Continental and Rivals Chafe at Tab for Transportation Security

Carriers balk at government move to collected hundreds of millions in 2005 security fees


Jan. 21--Just when the battered airline industry thought it could see brighter skies on the horizon, the fasten seat belt light has come on.

Houston-based Continental Airlines and other carriers are balking at a move by the federal government to collect hundreds of millions of dollars more in 2005 security fees.

The Transportation Security Administration, which says it has the blessing of Congress, is seeking the payments.

The airlines were contacted earlier this month, when most were still tallying their quarterly and annual losses. Continental, along with most other airlines, is looking at options on how to best oppose the agency's effort.

"We don't believe that TSA is correct in their assessment," Continental spokesman Dave Messing said. "We are in discussion with TSA about it, and we're going to start by asking for a review."

The trade group representing the nation's airlines is taking a similar stance.

Continental is being asked to pay almost $7 million more for 2005, which is considerably less than many other airlines. Dallas-based Southwest, for example, has been billed $24 million.

Southwest spokesman Ed Stewart said the low-fare leader disagrees with the agency's calculations.

"We are not happy about it, I am here to tell you," Stewart said. "It just came out of the clear blue sky. Right after the holidays, a $24 million bill shows up on our doorstep."

Continental and many other airlines already are on record as repeatedly complaining about the fees set by the federal government on everything from fuel to passenger facilities.

Earlier this week, when Continental announced losses for the fourth quarter and year, company President Jeff Smisek described the amount of fees paid by airlines as "bordering on the absurd."

Continental reported it paid more than $1.1 billion in fees and taxes last year.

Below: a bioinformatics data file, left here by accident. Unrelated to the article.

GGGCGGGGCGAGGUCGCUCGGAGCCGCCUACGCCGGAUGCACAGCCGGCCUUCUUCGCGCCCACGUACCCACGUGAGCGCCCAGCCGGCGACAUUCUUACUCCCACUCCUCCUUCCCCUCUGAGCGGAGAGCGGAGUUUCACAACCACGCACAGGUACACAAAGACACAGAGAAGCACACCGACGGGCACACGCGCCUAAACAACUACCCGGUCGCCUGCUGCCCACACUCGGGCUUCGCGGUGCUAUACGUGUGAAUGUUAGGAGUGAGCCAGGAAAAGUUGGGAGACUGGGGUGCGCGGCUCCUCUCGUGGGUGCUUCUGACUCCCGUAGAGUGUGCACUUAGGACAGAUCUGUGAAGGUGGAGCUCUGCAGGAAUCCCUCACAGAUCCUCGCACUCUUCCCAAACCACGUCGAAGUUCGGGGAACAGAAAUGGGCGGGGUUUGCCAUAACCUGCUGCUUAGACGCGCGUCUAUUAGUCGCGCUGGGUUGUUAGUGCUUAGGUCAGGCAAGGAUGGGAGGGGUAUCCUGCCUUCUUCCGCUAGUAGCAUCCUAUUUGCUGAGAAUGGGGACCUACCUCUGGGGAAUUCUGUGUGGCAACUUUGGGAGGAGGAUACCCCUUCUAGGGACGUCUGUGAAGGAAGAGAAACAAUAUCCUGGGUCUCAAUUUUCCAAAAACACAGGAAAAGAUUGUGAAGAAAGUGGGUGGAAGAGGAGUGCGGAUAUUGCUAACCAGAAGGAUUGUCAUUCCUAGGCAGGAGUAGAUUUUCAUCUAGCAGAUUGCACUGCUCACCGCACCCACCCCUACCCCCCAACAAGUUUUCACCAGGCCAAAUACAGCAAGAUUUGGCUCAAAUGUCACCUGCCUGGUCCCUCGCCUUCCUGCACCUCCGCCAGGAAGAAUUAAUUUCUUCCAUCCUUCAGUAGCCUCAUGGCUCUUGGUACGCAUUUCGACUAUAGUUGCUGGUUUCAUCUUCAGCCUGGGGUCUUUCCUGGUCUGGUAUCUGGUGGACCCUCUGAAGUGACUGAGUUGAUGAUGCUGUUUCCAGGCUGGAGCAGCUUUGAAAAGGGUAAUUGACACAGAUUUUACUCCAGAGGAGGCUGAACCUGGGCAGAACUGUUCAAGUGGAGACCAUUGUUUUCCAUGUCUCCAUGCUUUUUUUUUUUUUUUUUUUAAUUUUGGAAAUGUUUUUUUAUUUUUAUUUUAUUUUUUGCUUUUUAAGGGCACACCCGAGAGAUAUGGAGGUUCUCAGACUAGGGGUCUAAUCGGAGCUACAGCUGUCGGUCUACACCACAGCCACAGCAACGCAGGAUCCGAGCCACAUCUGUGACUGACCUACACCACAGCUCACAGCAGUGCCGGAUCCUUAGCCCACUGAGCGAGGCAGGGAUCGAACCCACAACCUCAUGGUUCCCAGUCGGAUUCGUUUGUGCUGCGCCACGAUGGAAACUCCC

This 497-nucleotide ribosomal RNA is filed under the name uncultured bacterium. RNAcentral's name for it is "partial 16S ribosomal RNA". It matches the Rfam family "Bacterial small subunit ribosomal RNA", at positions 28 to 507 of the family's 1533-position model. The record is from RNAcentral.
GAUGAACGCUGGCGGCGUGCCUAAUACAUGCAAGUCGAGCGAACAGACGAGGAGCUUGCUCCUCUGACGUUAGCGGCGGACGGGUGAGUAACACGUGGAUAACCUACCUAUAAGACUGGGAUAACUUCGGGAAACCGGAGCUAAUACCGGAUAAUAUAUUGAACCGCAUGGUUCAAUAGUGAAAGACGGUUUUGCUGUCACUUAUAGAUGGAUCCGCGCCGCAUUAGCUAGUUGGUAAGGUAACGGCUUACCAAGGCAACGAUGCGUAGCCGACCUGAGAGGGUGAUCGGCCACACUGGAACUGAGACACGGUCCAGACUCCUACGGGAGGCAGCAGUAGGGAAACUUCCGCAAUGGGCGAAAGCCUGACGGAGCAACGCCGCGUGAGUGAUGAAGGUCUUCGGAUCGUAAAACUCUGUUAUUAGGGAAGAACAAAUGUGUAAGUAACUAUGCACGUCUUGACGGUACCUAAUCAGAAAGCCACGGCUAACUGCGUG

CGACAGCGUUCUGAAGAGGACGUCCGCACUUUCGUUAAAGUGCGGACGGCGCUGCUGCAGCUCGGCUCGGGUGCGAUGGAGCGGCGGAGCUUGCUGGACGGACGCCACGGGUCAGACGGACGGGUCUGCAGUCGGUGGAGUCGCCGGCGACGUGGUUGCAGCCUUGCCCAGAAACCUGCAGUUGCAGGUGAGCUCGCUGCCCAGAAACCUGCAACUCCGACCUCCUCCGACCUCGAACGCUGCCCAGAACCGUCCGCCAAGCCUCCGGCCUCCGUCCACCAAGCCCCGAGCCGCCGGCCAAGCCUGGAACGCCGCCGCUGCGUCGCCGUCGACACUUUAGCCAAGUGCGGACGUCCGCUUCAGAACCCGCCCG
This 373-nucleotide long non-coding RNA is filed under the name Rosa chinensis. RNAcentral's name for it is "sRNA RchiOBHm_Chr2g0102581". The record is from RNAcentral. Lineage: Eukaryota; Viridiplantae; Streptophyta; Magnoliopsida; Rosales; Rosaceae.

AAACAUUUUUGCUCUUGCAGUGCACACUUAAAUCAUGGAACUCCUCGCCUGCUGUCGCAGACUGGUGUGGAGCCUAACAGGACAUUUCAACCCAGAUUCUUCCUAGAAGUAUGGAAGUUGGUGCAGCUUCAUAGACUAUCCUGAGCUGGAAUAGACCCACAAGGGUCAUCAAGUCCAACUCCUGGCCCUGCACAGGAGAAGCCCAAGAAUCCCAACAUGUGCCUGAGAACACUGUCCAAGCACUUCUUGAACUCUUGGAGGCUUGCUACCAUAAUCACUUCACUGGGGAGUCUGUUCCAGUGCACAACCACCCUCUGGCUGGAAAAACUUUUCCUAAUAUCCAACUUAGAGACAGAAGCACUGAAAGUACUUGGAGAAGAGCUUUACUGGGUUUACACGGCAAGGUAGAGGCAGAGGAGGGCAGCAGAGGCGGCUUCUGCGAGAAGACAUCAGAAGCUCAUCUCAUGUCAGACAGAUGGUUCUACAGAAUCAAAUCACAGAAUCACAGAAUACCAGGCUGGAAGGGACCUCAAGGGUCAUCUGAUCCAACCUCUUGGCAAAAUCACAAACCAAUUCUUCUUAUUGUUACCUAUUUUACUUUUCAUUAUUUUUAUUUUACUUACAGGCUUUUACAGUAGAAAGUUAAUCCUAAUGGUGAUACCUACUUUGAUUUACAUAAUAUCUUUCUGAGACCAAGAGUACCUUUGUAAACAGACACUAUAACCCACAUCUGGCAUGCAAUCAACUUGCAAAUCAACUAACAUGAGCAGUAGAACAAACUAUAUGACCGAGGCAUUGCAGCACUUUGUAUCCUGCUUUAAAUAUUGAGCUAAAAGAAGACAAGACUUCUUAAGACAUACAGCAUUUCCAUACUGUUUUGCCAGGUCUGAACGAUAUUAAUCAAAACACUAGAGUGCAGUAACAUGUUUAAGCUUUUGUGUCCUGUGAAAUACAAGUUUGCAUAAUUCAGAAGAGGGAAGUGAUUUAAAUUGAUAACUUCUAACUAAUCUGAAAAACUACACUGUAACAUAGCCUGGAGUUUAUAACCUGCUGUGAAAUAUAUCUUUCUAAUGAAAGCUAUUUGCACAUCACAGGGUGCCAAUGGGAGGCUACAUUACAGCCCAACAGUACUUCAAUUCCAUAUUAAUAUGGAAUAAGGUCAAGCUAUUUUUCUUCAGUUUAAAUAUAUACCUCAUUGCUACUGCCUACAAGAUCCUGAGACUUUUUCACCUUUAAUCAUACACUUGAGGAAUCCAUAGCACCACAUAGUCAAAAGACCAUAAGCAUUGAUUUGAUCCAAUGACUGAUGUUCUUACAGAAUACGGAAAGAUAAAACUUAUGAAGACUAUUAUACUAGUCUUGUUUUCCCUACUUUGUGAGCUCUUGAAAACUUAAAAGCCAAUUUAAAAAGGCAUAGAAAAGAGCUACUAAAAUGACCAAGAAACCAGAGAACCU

Some airline analysts agree with Smisek's assessment.

Ray Neidl of Calyon Securities said research shows that fees and taxes have grown considerably in recent years.

"I think it is getting totally out of hand," Neidl said.

Transportation Security Administration spokeswoman Andrea McCauley on Friday said the agency -- with its most recent billing -- simply is following the mandates that the Government Accountability Office set out in conjunction with Congress. Those were done when the Aviation and Transportation Security Act of 2001 was enacted shortly after the 2001 terrorist attacks, she said.

"Essentially, Congress directed airlines to pay TSA what they previously spent on screening of passengers and baggage," McCauley said. "And those payments were based on a GAO analysis."

The security fees have been collected since February 2002, she said, although she added that the federal agency has "undercollected" some of the fees.

"What you are seeing is a move by TSA to collect it," McCauley said.

The head of the Air Transport Association, the trade group representing most airlines, took issue with the latest move by the government.

"The method TSA used to calculate the amount it claims carriers owe is inconsistent with congressional intent," ATA President and Chief Executive James May said. "We strongly oppose TSA's action and the notion that airlines should be the source of funding for aviation security, whichis a function of national security."

The TSA was initially created as a part of the Transportation Department, but then was folded into the Department of Homeland Security after it was created. Questions about the agency's effectiveness have been raised almost since its inception.

Robert Poole of the Reason Foundation said in a report issued this week that the Aviation and Transportation Security Act is best known for federalizing airport security.

Poole said the nation should instead switch to a risk-based security model and transform the Transportation Security Administration into an oversight agency for contract screeners.

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